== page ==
CT images taken at the time of admission showed paraseptal and centriacinar emphysema with mild reticulation predominantly in both upper lobes (Figure 1A). Fine and coarse reticulation with mild bronchiectasis and honeycomb-like cystic airspaces were also seen with basal and peripheral predominance (Figure 1B, C), which were originally considered to be a combination of upper-zone simple emphysema and lower-zone pulmonary fibrosis. At the top of the right lower lobe, a lobulated solid mass of adenocarcinoma was seen (Figure 1B). The marginal zone of emphysematous areas was relatively clear and irregular compared to “simple” emphysema (Figure 1A). Some areas of emphysema were admixed with reticulation, and fine reticulations and limited ground glass opacification were seen adjacent to the low attenuation areas.
By gross pathology, subpleural cystic changes were obvious throughout craniocaudal levels, most prominent in the lower lungs. Remaining lung areas were yellow to brown in color with solid appearance (Figure 2).
Histologically, lower lungs indicated numerous cystic spaces corresponding to honeycomb cysts bilaterally, in which several cystic spaces were surrounded by dense fibrosis and filled with mucus. Most of these cysts were covered by the columnar bronchiolar type epithelia. Right lower lobe showed emphysematous lesions radiologically and macroscopically, but microscopic observation revealed marked interstitial fibrosis and smooth muscle hyperplasia (Figure 3). Patchy, peripheral-dominant dense fibrosis was observed. Fibroblastic foci were inconspicuous but found in the wall of honeycomb cysts. Right upper lobe appearing to be non-fibrotic tissue radiologically also demonstrates focal interstitial fibrosis and smooth muscle hyperplasia (Figure 4). Furthermore, left upper lobe indicates paraseptal emphysema with minimal reticulation in the radiological observation. However, it turned out to have remarkable fibrotic changes histologically corresponding to usual interstitial pneumonia (Figure 5).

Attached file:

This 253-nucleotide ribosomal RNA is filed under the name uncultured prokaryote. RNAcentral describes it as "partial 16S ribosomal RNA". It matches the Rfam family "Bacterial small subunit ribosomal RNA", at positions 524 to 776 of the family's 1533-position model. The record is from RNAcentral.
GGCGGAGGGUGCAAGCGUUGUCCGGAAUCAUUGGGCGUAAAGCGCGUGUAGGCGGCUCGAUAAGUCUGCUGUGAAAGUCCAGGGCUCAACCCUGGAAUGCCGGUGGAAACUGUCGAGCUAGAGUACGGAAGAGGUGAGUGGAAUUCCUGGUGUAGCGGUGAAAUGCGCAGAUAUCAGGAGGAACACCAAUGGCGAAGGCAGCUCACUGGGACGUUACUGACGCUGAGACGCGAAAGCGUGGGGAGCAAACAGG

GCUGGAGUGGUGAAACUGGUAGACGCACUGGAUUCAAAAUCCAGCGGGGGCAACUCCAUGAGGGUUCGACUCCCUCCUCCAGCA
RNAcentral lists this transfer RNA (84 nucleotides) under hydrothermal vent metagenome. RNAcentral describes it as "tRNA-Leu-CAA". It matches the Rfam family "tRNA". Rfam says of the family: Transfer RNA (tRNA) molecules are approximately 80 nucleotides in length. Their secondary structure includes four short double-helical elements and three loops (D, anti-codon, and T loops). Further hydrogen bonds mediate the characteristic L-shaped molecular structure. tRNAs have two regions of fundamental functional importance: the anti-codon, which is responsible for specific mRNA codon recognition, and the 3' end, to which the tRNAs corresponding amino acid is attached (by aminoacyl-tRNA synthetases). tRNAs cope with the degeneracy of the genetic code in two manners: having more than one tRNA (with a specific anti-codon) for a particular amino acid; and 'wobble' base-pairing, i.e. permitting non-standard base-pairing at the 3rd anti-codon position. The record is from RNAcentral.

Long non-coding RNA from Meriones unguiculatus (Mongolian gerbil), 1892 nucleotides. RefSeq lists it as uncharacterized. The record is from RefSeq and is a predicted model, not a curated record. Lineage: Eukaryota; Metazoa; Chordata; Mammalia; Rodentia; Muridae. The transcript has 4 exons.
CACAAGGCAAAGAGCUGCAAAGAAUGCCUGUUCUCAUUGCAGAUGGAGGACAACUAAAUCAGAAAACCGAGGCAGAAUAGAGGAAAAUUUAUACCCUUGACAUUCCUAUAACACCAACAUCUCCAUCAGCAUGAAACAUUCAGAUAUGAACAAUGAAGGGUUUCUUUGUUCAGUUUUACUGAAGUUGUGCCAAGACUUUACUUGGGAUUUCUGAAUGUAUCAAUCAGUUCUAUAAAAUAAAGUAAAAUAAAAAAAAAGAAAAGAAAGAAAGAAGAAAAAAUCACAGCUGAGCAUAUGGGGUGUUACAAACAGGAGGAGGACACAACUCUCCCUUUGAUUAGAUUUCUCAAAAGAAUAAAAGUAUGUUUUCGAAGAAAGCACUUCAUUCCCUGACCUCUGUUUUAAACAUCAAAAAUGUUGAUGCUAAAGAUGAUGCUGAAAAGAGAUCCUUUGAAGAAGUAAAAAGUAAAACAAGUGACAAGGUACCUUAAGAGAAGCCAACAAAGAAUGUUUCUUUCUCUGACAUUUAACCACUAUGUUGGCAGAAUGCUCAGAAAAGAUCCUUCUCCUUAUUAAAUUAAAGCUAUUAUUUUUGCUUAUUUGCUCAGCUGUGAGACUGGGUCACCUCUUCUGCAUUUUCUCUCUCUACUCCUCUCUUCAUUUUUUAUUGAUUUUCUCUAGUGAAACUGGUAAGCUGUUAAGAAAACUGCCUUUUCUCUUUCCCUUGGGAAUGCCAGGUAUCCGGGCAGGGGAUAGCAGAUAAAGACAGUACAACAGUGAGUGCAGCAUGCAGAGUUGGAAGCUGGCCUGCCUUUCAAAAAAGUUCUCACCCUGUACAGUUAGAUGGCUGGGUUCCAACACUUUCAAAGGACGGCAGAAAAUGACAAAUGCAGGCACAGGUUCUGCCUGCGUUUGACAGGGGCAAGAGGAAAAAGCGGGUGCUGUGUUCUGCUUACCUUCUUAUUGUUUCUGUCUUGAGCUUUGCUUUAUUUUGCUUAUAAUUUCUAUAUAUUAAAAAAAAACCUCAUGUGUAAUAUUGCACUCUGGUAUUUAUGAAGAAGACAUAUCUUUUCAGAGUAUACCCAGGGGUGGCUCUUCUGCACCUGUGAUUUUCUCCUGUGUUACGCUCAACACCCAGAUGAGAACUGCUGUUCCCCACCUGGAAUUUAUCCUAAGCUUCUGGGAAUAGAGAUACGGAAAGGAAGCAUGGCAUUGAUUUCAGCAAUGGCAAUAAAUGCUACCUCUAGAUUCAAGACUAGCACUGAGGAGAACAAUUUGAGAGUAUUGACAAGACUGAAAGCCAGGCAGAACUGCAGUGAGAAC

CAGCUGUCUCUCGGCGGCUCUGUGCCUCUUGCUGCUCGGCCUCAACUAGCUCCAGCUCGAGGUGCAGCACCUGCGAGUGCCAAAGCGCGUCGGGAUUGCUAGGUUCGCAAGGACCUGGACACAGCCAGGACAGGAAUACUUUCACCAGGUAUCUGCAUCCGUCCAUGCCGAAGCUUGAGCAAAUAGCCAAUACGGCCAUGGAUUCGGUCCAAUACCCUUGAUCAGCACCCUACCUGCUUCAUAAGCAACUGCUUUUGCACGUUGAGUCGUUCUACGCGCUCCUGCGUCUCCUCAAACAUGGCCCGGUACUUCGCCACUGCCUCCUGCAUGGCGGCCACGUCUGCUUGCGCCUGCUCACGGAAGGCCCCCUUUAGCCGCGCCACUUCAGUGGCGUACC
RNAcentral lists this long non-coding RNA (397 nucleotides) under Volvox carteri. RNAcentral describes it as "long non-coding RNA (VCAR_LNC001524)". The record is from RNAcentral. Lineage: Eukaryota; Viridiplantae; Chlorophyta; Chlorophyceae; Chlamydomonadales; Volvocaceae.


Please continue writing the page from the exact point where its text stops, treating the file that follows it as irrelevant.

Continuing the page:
Histopathological analysis of the autopsied CPFE case revealed a surprising discordance between the impression of CT images and pathological findings. CT images of lower lung areas showed reticular shadow corresponding to pulmonary fibrosis. However, CT images of upper lung areas were originally considered to be simple emphysema. On the other hand, histological evaluation at autopsy revealed unexpected dense fibrosis of usual interstitial pneumonia (UIP) pattern both in the upper and lower lung areas.
This discrepancy is clinically important and should not be overlooked; in other words, pulmonologists and radiologists need to be informed of this as a warning. To our best knowledge, no case reports have been done on an acute exacerbation of diffuse alveolar damage due to emphysema alone. On the other hand, it is well known that a significant number of cases with pulmonary fibrosis, mainly UIP, accompanies acute respiratory failure leading to death.
As is described as characteristic histological patterns corresponding to the interstitial fibrosis seen in the smokers’ lung, airspace enlargement with fibrosis (AEF) and smoking related interstitial fibrosis were reported.10,11 Although AEF and smoking related interstitial fibrosis are classified as subclinical conditions and clinically unimportant complications in the latest guidelines,4 two thirds of AEF cases are associated with UIP fibrosis, as Kawabata et al., report in their manuscript.11 Alternatively, majority of cases indicate the combination of AEF and UIP. Another critical problem of this context is that there is no consensus of how to diagnose and treat the patients with subtle interstitial fibrosis among “mostly emphysema” cases. Distinction between emphysema and interstitial fibrosis is difficult, and the clinical border of the two conditions seen within the same case is vague. Emphysema and pulmonary fibrosis were considered to be two different diseases, but the possibility that they are on common spectrum still remains. Recently, Stanley et al found mutations in TERT gene in emphysema patients.12 TERT gene mutation is also known as a mutation responsible for familial pulmonary fibrosis, and their report may explain why these two conditions are difficult to separate in certain cases.
Connective tissue disease, especially rheumatoid arthritis, is well known to be associated with pulmonary fibrosis. However, connective tissue disease-associated pulmonary fibrosis and idiopathic pulmonary fibrosis are often difficult to distinguish from one another.13 Similar situation applies to MPO-ANCA-related pulmonary fibrosis.14 However, there is a limited number of manuscripts describing the relationships between CPFE and autoimmune diseases including ANCA, thereby making the clear recognition of biological effect difficult,15–17 calling for further research in this field.